Songza and a victory for human curation?

3 Jul
Of all the services Google could've acquired, why Songza? I think (hope?) it's the human touch.

Of all the services Google could’ve acquired, why Songza? I think (hope?) it’s the human touch.

When I was first introduced to Songza and its concierge feature, I thought it was little more than an admittedly clever gimmick. “It’s Thursday late morning. Play music for: Getting fired up? Saving the world?”

Har, har.

But then you pick one of those “moods”, and a theme like the “Rowdy Indie Rock”, “Heavy Metal Gods” and the true genius of the service is revealed. Playlists like “Skinny Bros Night Out”, or my personal favorite, “A Prince Dance Party“. All curated, according to Songza, by actual people. And you know what? They’re really good! The stations feel cohesive, and make sense, and even tell you how many songs they contain. And that’s it. That’s all this simple little service does. There is no constant wrestling with a Pandora algorithm, or getting stuck in a Spotify loop (I once seeded a Spotify station with Elliot Smith and it gave me an hour of Beck- ugh). Just like the old days of trusting the DJ at your favorite (college) radio station to make you smile, Songza just works, powered by that human touch.

This week came the news that Google had acquired Songza for the rumored price of just under $40 million (is that all?). This could mean a lot for Songza and its competitors, or it could mean nothing at all, I’ll admit that. But it feels like something bigger. Like an admission that algorithms aren’t always the best way to go. That there is a great value in the expertise of people who can carefully craft something so seemingly simple as a playlist.

And what does any of this have to do with archives, other than overuse of the word curate? I think it’s a reminder that however many technological solutions we seek and find, we’ve got to remember that the skills and expertise of the archivist will always come into play. We can have the best schema and interface in the world, but if we’re half-assed about description, we will be caught out.

It also speaks to something a number of folks have been discussing on twitter- the need to shine the light on the archivist, and the ways in which doing so can improve the public’s perception of our work and our collections. There is no algorithm that processes collections and finds cool stuff- that’s our job and how we add value.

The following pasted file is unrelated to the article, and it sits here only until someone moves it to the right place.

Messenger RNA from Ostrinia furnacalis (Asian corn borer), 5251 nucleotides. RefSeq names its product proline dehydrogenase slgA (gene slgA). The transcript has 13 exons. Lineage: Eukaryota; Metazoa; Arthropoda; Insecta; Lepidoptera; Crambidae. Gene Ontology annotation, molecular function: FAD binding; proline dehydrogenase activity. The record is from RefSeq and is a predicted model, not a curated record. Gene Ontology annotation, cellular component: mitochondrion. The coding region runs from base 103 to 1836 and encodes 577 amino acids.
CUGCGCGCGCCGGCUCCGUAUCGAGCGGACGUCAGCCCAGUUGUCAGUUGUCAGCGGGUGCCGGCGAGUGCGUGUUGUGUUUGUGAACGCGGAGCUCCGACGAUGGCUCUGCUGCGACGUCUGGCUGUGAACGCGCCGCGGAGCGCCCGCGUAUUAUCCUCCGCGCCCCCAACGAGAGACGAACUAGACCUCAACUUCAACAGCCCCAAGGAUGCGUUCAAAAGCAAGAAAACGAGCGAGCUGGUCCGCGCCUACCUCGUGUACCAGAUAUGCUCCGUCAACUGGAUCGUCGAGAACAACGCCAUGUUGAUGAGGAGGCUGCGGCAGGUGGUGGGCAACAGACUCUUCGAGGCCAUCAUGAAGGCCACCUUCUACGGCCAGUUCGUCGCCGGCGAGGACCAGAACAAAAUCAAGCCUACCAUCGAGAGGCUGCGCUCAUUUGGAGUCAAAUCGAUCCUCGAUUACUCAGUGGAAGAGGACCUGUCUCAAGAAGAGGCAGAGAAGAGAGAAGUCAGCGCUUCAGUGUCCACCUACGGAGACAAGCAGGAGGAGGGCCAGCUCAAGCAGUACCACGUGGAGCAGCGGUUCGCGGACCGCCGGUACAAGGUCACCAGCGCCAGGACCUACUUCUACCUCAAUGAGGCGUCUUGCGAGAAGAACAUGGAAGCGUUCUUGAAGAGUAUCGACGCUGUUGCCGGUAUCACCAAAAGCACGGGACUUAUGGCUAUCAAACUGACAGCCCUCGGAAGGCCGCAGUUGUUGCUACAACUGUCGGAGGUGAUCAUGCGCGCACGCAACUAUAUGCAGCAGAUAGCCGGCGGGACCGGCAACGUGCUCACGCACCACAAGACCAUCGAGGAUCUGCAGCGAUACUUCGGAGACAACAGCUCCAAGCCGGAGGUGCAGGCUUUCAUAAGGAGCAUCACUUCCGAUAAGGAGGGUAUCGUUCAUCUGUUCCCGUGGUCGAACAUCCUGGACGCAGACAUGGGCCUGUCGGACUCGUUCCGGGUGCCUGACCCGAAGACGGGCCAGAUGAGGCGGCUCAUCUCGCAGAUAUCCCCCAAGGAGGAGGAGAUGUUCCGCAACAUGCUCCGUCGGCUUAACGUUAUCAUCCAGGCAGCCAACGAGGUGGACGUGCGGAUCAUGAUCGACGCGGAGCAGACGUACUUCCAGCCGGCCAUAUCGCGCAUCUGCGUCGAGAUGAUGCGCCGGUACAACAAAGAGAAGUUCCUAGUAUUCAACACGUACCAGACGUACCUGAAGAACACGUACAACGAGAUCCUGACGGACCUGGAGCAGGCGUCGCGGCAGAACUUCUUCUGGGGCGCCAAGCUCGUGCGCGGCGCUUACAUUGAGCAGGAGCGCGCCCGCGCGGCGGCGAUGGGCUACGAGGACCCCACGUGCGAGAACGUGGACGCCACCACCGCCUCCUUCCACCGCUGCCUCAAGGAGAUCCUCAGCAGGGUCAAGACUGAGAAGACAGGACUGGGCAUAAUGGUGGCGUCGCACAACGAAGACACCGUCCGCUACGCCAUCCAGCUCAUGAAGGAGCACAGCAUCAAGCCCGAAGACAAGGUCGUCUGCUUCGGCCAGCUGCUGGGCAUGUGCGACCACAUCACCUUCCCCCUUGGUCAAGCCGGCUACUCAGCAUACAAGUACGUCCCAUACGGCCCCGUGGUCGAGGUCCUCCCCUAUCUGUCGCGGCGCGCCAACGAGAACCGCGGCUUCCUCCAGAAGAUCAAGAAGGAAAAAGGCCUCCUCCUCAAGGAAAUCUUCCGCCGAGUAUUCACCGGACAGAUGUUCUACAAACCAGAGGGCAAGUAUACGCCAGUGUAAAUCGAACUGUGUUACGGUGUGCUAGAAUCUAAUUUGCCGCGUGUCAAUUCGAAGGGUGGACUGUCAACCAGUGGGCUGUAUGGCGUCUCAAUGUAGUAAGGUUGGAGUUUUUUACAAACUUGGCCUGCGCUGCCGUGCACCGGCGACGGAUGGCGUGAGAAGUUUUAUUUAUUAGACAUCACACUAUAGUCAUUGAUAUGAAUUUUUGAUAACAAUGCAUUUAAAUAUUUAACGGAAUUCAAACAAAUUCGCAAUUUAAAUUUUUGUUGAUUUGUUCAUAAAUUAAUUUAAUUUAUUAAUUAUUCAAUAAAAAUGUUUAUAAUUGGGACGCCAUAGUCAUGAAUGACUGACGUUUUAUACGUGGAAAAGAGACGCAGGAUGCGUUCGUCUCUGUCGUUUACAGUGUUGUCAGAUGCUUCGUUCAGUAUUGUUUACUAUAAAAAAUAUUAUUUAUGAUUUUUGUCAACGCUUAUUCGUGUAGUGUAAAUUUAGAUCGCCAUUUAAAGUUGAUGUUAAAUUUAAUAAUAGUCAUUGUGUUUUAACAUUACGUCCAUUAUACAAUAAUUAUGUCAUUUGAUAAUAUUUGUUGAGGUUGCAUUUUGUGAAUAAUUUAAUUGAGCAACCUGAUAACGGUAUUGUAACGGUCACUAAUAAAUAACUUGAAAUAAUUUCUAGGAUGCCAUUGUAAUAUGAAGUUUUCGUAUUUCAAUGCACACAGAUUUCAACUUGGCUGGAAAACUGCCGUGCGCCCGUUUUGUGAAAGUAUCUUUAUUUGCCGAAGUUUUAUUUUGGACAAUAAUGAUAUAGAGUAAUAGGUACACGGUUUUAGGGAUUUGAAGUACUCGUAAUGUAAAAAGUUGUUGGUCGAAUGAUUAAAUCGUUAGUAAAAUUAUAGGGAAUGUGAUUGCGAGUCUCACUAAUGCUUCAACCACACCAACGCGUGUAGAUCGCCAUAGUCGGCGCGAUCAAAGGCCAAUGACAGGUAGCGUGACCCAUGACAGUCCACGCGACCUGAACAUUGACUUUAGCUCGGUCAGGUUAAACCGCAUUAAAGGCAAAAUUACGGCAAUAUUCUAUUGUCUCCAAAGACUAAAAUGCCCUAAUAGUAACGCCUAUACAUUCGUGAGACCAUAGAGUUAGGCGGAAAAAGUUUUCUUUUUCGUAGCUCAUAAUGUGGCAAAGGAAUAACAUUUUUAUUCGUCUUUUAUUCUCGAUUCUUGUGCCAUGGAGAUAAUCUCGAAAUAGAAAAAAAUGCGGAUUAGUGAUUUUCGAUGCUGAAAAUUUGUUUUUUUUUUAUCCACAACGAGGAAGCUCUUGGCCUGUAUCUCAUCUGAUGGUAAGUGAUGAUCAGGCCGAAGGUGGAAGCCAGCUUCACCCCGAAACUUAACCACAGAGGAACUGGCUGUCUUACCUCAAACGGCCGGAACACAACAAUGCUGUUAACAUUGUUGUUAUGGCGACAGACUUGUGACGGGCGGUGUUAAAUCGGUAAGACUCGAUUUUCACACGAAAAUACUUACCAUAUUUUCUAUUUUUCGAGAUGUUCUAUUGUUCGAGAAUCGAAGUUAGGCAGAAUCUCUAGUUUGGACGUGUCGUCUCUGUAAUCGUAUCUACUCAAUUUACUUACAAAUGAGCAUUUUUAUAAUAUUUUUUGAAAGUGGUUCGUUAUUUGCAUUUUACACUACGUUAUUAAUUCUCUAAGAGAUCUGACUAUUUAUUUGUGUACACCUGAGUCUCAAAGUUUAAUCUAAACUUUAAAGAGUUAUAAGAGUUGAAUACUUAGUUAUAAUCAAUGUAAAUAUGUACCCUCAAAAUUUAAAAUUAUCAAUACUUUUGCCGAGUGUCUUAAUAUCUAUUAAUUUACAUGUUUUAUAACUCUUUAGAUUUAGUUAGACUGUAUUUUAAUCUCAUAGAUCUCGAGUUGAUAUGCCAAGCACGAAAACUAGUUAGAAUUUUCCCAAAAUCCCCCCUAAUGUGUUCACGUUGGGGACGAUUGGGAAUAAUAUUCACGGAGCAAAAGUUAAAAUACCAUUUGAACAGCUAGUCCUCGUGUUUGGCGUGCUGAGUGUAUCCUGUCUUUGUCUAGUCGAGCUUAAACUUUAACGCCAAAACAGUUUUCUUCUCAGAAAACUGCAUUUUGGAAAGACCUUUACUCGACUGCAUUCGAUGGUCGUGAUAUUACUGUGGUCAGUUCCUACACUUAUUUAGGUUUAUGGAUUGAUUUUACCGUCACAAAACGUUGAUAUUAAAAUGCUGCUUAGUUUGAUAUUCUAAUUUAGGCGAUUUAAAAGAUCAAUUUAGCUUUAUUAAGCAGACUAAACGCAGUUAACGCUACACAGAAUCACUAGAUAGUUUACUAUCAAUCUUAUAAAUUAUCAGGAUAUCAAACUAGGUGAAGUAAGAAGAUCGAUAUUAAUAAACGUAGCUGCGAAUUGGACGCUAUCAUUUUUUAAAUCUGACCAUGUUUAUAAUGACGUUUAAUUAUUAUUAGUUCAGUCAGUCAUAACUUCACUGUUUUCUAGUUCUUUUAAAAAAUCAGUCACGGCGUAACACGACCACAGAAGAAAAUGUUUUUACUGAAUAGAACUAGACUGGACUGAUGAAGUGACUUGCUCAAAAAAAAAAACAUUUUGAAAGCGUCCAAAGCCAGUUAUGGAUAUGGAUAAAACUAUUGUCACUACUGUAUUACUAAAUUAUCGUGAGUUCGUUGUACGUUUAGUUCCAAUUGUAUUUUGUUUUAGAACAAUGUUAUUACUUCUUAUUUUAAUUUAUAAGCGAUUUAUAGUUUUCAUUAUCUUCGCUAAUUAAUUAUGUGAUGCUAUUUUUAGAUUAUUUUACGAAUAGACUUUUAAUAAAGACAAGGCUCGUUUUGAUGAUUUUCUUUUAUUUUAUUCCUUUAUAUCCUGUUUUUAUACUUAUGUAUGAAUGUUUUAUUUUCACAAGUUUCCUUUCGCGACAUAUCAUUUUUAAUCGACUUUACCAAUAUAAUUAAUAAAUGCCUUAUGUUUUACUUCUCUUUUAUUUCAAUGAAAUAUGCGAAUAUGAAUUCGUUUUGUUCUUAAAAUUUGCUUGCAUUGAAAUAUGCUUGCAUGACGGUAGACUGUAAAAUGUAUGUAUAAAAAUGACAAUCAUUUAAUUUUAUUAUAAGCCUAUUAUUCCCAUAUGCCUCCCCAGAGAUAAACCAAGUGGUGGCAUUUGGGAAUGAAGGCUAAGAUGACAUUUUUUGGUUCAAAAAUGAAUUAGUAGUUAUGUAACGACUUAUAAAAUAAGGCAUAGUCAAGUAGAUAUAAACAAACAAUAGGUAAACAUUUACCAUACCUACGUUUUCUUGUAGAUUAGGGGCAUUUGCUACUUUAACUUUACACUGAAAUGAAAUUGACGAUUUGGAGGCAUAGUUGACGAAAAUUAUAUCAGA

In the end, Google may just be buying Songza for its user data and the mechanics of its concierge feature. But I’ve got to believe that it’s also because they know that experts beat algorithms every time.

ArchivesSpace Field Study Poster & Notes

14 May
ArchivesSpace poster

The poster I’m presenting at the UMD iSchool Experiential Learning Expo. (click for larger version)

This post is a bit long to be talking points for a poster presentation, but it’s the general gist of what I’ll be saying today at today’s iSchool Experiential Learning Expo.

My field study was part of the larger project of implementing the ArchivesSpace system here at Hornbake.  It was a great chance to apply and build on some of the technical skills I’ve learned, like database organization, XML and EAD.  At the same time, it was a chance to think about some bigger issues around language, and policies, and how we organize information for users.

The existing information management system is known as “The Beast”.  It’s a Microsoft Access database that was built in the early 90’s to facilitate the introduction of Encoded Archival Description for online finding aids.  Twenty years on, while the Beast still works as intended, it has issues.  The database fields take information however it is entered which, combined with inconsistent written data entry policies, has led to extremely messy data. The path from data entry to finding aid is also complicated with the Beast, requiring the data to be fed through a homemade Java conversion program before it can be plugged into the online finding aid template.